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Home NFL Curley Culp (Hall of Fame defensive lineman) dies at 75
Hall of Fame defensive lineman Curley Culp dies at 75

Curley Culp (Hall of Fame defensive lineman) dies at 75


Curley Culp was a Hall of Fame defensive player who led the Kansas City Chiefs to their first Super Bowl victory in a career of 14 years. He died on Saturday from complications due to pancreatic cancer. He was 75.

Culp revealed this month that Culp had been diagnosed as having stage 4 cancer. Collette Bloom Culp was his wife and announced the death of five-time All-Pro.

Curley Culp’s passing is deeply felt by the entire Pro Football Hall of Fame Family. Jim Porter, Hall of Fame president said that Curley Culp was an exceptional man of integrity and respected football’s application to daily life. “Curley’s humility and grace were always apparent.”

Culp, despite his strong play on the inside of the defense line, was considered to be one of the best players in the NFL. After the 1975 season, Culp was nominated for six Pro Bowls. He finished second behind Steelers cornerback Mel Blount to be named AP Defensive Players of the Year.

It wasn’t until long after his playing days — Culp retired in 1981 — that he was finally inducted into the Hall of Fame. Culp wore the gold jacket of a Hall of Famer everywhere he went, even after his 2013 enshrinement.


Amy Adams Strunk (Titans controlling owner) stated that “our team definitely lost a great player today.” Curley was crucial to the success of the Luv Ya Blue days and a game-changer for our defense. Curley deserves a spot in the Pro Football Hall of Fame. I had the opportunity to meet Curley and Collette at the Oilers Reunion this September.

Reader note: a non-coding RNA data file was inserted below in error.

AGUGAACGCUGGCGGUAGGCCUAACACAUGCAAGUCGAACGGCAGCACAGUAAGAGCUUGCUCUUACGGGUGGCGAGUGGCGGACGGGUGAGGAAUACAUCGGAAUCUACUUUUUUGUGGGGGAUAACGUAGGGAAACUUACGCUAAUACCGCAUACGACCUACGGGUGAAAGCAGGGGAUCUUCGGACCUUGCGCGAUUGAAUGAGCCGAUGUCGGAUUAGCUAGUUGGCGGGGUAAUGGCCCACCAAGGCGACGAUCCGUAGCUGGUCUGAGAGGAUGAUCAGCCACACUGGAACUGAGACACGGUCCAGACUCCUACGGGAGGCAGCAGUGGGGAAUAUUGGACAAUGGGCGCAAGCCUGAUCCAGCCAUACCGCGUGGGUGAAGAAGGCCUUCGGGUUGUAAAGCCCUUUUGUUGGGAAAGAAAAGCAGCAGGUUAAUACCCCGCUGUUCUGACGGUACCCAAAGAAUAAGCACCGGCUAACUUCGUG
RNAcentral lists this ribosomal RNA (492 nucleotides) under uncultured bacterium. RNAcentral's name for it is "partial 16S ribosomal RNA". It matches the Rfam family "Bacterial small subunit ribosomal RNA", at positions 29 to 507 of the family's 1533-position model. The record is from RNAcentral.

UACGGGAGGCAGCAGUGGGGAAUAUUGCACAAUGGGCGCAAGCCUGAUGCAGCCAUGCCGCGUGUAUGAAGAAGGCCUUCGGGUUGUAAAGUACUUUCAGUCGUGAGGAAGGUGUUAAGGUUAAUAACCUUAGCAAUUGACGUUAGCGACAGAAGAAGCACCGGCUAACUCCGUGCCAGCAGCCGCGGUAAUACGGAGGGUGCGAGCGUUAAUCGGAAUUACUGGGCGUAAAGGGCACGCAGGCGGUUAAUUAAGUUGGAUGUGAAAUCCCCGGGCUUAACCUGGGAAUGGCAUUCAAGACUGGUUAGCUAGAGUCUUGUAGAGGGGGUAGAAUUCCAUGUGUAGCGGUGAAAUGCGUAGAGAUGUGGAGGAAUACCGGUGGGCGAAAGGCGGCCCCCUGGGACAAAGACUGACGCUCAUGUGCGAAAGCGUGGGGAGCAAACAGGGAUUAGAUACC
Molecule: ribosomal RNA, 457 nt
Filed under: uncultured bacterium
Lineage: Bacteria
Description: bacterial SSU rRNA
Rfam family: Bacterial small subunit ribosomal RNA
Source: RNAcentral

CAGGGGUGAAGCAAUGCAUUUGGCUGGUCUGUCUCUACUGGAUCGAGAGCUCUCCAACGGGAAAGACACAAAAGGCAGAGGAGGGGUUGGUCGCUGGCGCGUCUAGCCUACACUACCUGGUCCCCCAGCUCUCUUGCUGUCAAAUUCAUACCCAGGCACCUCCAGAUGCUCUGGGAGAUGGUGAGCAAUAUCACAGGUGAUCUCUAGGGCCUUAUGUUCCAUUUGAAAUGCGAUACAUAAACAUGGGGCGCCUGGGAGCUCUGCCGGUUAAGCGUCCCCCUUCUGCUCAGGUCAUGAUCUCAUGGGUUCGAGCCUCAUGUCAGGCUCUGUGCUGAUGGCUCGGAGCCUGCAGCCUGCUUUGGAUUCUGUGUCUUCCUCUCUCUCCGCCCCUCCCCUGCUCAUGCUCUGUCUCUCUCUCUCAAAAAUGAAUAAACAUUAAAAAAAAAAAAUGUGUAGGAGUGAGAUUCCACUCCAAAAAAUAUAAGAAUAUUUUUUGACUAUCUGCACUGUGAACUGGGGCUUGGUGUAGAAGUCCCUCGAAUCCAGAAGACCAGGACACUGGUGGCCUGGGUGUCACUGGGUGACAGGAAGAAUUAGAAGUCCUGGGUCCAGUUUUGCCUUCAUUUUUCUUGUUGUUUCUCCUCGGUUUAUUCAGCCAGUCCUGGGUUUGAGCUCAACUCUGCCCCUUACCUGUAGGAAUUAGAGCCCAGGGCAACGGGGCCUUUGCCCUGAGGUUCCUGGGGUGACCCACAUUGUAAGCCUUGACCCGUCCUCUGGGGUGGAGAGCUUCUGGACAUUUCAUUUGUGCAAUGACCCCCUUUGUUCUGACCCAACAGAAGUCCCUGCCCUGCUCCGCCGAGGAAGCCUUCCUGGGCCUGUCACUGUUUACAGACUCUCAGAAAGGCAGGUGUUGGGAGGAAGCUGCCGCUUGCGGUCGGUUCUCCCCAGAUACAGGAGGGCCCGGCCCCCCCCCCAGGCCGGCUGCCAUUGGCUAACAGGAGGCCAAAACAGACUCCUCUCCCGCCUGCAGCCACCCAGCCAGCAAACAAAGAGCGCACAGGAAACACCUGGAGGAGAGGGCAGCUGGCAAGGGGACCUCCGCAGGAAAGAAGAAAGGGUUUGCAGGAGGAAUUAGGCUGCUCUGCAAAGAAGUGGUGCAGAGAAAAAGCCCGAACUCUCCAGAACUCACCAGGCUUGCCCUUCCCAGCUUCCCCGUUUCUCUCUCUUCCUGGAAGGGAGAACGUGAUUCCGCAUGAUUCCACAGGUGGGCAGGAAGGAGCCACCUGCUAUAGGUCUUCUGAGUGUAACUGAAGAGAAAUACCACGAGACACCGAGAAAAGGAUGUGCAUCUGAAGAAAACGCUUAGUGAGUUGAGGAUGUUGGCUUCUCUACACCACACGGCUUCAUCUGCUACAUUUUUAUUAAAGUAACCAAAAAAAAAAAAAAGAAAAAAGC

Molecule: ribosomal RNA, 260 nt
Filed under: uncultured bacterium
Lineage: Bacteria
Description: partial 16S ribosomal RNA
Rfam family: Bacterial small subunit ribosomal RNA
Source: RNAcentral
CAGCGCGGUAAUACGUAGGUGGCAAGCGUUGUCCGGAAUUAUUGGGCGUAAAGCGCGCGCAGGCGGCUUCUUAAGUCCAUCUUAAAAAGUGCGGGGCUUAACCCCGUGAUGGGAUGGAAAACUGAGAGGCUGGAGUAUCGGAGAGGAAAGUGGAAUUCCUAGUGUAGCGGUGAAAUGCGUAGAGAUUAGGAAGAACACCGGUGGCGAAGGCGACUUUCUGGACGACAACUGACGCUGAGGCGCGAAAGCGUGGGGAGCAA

“They also brought two of their young grandchildren for that weekend and Curley’s love for those two was very obvious. As a player, Curley will be forever remembered for his fierce nose tackle and Hall of Fame man off the field.

Culp was able to leverage his speed and agility while attending Arizona State. Culp was an All-American football player for the Sun Devils. He also won the national title in heavyweight wrestling at 6′ and 265 lbs.

Culp was selected by the Denver Broncos in the 2nd round of 1965 draft. They hoped to make him an offensive guard. They traded Culp to the Chiefs after it was clear this wasn’t going through. Hank Stram then plugged him in the middle of the defensive line, which would eventually take Kansas City to the Super Bowl.

Culp said that “I guess they proved me wrong” in a phone interview with The Associated Press. “A little fireplug, that’s me.”

Culp was part of an all-star defense which included Emmett Thomas and Willie Lanier as well as Bobby Bell, Buck Buchanan, and Bobby Bell. That group won a 23-7 win over the Vikings to end their famed run game.

Chiefs chairman Clark Hunt once said that Curley “was a dominant force on the defense line for Super Bowl IV champion team,” Lamar Hunt’s late father founded the team. “One among many great players who helped to build the Kansas City Chiefs tradition and foundation.”

Hall of Fame quarterback Len Dawson remembered Culp being “a tremendous player,” while Thomas described him as “ornery like hell.”

Culp was traded from the Oilers to them in 1974. He had his most memorable season of the next year. After the 1980 season, he stayed in Houston and then played one season in Detroit until announcing his retirement.

He was a regular attendee of Chiefs’ games later in his career and kept in touch regularly with former teammates. He was inducted into the team’s Hall of Fame in 2008, less than two years after Lamar Hunt’s death.

Funeral arrangements weren’t immediately available.


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